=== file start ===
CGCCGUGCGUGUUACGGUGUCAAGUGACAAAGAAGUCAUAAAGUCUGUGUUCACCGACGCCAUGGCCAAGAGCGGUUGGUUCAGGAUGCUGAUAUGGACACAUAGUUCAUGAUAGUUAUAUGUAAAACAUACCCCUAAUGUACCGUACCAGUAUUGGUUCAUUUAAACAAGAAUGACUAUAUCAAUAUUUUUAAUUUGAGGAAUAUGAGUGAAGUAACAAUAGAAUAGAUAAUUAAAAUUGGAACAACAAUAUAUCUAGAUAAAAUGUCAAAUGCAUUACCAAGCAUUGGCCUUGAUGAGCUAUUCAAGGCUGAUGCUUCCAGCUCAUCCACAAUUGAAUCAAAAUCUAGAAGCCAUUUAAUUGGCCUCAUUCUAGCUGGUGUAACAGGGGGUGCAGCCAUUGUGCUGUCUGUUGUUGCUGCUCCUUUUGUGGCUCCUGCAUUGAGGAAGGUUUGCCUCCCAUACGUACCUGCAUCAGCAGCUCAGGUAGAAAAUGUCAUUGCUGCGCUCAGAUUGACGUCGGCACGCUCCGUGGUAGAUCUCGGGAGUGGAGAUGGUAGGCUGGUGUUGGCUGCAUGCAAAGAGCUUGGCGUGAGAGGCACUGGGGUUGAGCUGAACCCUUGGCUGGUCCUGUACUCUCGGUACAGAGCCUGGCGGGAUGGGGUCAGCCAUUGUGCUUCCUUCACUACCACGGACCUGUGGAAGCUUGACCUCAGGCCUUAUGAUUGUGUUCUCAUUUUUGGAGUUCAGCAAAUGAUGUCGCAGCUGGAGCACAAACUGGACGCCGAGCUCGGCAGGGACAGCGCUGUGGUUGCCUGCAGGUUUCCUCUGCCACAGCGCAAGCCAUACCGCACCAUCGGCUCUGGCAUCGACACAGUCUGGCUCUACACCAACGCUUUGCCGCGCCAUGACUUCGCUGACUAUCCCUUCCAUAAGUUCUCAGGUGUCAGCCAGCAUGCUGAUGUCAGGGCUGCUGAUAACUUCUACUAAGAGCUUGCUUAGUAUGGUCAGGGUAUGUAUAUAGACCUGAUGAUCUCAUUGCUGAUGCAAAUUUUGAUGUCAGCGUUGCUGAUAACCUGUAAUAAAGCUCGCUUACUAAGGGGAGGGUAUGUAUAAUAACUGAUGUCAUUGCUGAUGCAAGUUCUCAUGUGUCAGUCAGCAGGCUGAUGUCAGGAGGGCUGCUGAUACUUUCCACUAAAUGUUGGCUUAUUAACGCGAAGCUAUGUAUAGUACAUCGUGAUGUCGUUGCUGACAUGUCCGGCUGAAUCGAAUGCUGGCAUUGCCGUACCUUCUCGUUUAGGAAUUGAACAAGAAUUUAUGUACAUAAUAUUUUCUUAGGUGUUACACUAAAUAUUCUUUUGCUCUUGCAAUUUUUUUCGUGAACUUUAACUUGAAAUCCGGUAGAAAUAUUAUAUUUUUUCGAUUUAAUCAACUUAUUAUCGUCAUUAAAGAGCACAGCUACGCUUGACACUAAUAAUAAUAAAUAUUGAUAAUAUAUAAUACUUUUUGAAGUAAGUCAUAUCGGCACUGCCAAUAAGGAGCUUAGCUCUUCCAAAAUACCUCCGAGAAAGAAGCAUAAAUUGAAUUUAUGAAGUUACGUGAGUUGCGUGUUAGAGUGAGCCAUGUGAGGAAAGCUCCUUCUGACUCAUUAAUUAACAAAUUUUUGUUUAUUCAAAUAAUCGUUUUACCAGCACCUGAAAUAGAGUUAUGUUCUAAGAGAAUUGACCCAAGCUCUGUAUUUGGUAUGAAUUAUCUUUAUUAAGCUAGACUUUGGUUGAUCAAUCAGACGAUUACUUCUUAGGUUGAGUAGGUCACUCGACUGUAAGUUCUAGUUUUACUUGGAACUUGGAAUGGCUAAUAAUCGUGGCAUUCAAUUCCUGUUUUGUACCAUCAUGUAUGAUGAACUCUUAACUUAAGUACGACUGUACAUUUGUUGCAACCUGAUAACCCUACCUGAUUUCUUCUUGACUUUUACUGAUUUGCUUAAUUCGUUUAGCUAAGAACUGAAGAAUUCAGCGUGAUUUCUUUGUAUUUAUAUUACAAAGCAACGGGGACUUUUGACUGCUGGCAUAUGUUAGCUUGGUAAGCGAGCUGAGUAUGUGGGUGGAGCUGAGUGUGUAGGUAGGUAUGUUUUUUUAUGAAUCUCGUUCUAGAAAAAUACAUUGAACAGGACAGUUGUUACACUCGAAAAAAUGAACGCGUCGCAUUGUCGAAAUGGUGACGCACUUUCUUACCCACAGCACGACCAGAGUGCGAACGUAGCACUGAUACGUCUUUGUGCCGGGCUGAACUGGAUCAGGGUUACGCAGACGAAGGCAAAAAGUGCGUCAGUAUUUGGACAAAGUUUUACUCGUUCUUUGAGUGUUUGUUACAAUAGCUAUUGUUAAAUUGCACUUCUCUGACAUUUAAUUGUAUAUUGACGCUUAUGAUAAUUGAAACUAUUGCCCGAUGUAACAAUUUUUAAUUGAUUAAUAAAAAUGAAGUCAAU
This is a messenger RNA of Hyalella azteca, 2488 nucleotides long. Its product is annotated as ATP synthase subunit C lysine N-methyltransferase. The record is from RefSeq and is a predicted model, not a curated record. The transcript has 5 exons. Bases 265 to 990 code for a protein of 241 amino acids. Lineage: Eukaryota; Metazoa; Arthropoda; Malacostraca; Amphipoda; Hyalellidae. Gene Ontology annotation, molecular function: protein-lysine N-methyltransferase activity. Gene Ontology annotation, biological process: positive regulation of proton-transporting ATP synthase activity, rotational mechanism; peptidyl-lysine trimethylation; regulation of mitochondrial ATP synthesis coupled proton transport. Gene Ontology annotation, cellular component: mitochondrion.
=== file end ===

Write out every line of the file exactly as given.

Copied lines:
CGCCGUGCGUGUUACGGUGUCAAGUGACAAAGAAGUCAUAAAGUCUGUGUUCACCGACGCCAUGGCCAAGAGCGGUUGGUUCAGGAUGCUGAUAUGGACACAUAGUUCAUGAUAGUUAUAUGUAAAACAUACCCCUAAUGUACCGUACCAGUAUUGGUUCAUUUAAACAAGAAUGACUAUAUCAAUAUUUUUAAUUUGAGGAAUAUGAGUGAAGUAACAAUAGAAUAGAUAAUUAAAAUUGGAACAACAAUAUAUCUAGAUAAAAUGUCAAAUGCAUUACCAAGCAUUGGCCUUGAUGAGCUAUUCAAGGCUGAUGCUUCCAGCUCAUCCACAAUUGAAUCAAAAUCUAGAAGCCAUUUAAUUGGCCUCAUUCUAGCUGGUGUAACAGGGGGUGCAGCCAUUGUGCUGUCUGUUGUUGCUGCUCCUUUUGUGGCUCCUGCAUUGAGGAAGGUUUGCCUCCCAUACGUACCUGCAUCAGCAGCUCAGGUAGAAAAUGUCAUUGCUGCGCUCAGAUUGACGUCGGCACGCUCCGUGGUAGAUCUCGGGAGUGGAGAUGGUAGGCUGGUGUUGGCUGCAUGCAAAGAGCUUGGCGUGAGAGGCACUGGGGUUGAGCUGAACCCUUGGCUGGUCCUGUACUCUCGGUACAGAGCCUGGCGGGAUGGGGUCAGCCAUUGUGCUUCCUUCACUACCACGGACCUGUGGAAGCUUGACCUCAGGCCUUAUGAUUGUGUUCUCAUUUUUGGAGUUCAGCAAAUGAUGUCGCAGCUGGAGCACAAACUGGACGCCGAGCUCGGCAGGGACAGCGCUGUGGUUGCCUGCAGGUUUCCUCUGCCACAGCGCAAGCCAUACCGCACCAUCGGCUCUGGCAUCGACACAGUCUGGCUCUACACCAACGCUUUGCCGCGCCAUGACUUCGCUGACUAUCCCUUCCAUAAGUUCUCAGGUGUCAGCCAGCAUGCUGAUGUCAGGGCUGCUGAUAACUUCUACUAAGAGCUUGCUUAGUAUGGUCAGGGUAUGUAUAUAGACCUGAUGAUCUCAUUGCUGAUGCAAAUUUUGAUGUCAGCGUUGCUGAUAACCUGUAAUAAAGCUCGCUUACUAAGGGGAGGGUAUGUAUAAUAACUGAUGUCAUUGCUGAUGCAAGUUCUCAUGUGUCAGUCAGCAGGCUGAUGUCAGGAGGGCUGCUGAUACUUUCCACUAAAUGUUGGCUUAUUAACGCGAAGCUAUGUAUAGUACAUCGUGAUGUCGUUGCUGACAUGUCCGGCUGAAUCGAAUGCUGGCAUUGCCGUACCUUCUCGUUUAGGAAUUGAACAAGAAUUUAUGUACAUAAUAUUUUCUUAGGUGUUACACUAAAUAUUCUUUUGCUCUUGCAAUUUUUUUCGUGAACUUUAACUUGAAAUCCGGUAGAAAUAUUAUAUUUUUUCGAUUUAAUCAACUUAUUAUCGUCAUUAAAGAGCACAGCUACGCUUGACACUAAUAAUAAUAAAUAUUGAUAAUAUAUAAUACUUUUUGAAGUAAGUCAUAUCGGCACUGCCAAUAAGGAGCUUAGCUCUUCCAAAAUACCUCCGAGAAAGAAGCAUAAAUUGAAUUUAUGAAGUUACGUGAGUUGCGUGUUAGAGUGAGCCAUGUGAGGAAAGCUCCUUCUGACUCAUUAAUUAACAAAUUUUUGUUUAUUCAAAUAAUCGUUUUACCAGCACCUGAAAUAGAGUUAUGUUCUAAGAGAAUUGACCCAAGCUCUGUAUUUGGUAUGAAUUAUCUUUAUUAAGCUAGACUUUGGUUGAUCAAUCAGACGAUUACUUCUUAGGUUGAGUAGGUCACUCGACUGUAAGUUCUAGUUUUACUUGGAACUUGGAAUGGCUAAUAAUCGUGGCAUUCAAUUCCUGUUUUGUACCAUCAUGUAUGAUGAACUCUUAACUUAAGUACGACUGUACAUUUGUUGCAACCUGAUAACCCUACCUGAUUUCUUCUUGACUUUUACUGAUUUGCUUAAUUCGUUUAGCUAAGAACUGAAGAAUUCAGCGUGAUUUCUUUGUAUUUAUAUUACAAAGCAACGGGGACUUUUGACUGCUGGCAUAUGUUAGCUUGGUAAGCGAGCUGAGUAUGUGGGUGGAGCUGAGUGUGUAGGUAGGUAUGUUUUUUUAUGAAUCUCGUUCUAGAAAAAUACAUUGAACAGGACAGUUGUUACACUCGAAAAAAUGAACGCGUCGCAUUGUCGAAAUGGUGACGCACUUUCUUACCCACAGCACGACCAGAGUGCGAACGUAGCACUGAUACGUCUUUGUGCCGGGCUGAACUGGAUCAGGGUUACGCAGACGAAGGCAAAAAGUGCGUCAGUAUUUGGACAAAGUUUUACUCGUUCUUUGAGUGUUUGUUACAAUAGCUAUUGUUAAAUUGCACUUCUCUGACAUUUAAUUGUAUAUUGACGCUUAUGAUAAUUGAAACUAUUGCCCGAUGUAACAAUUUUUAAUUGAUUAAUAAAAAUGAAGUCAAU
This is a messenger RNA of Hyalella azteca, 2488 nucleotides long. Its product is annotated as ATP synthase subunit C lysine N-methyltransferase. The record is from RefSeq and is a predicted model, not a curated record. The transcript has 5 exons. Bases 265 to 990 code for a protein of 241 amino acids. Lineage: Eukaryota; Metazoa; Arthropoda; Malacostraca; Amphipoda; Hyalellidae. Gene Ontology annotation, molecular function: protein-lysine N-methyltransferase activity. Gene Ontology annotation, biological process: positive regulation of proton-transporting ATP synthase activity, rotational mechanism; peptidyl-lysine trimethylation; regulation of mitochondrial ATP synthesis coupled proton transport. Gene Ontology annotation, cellular component: mitochondrion.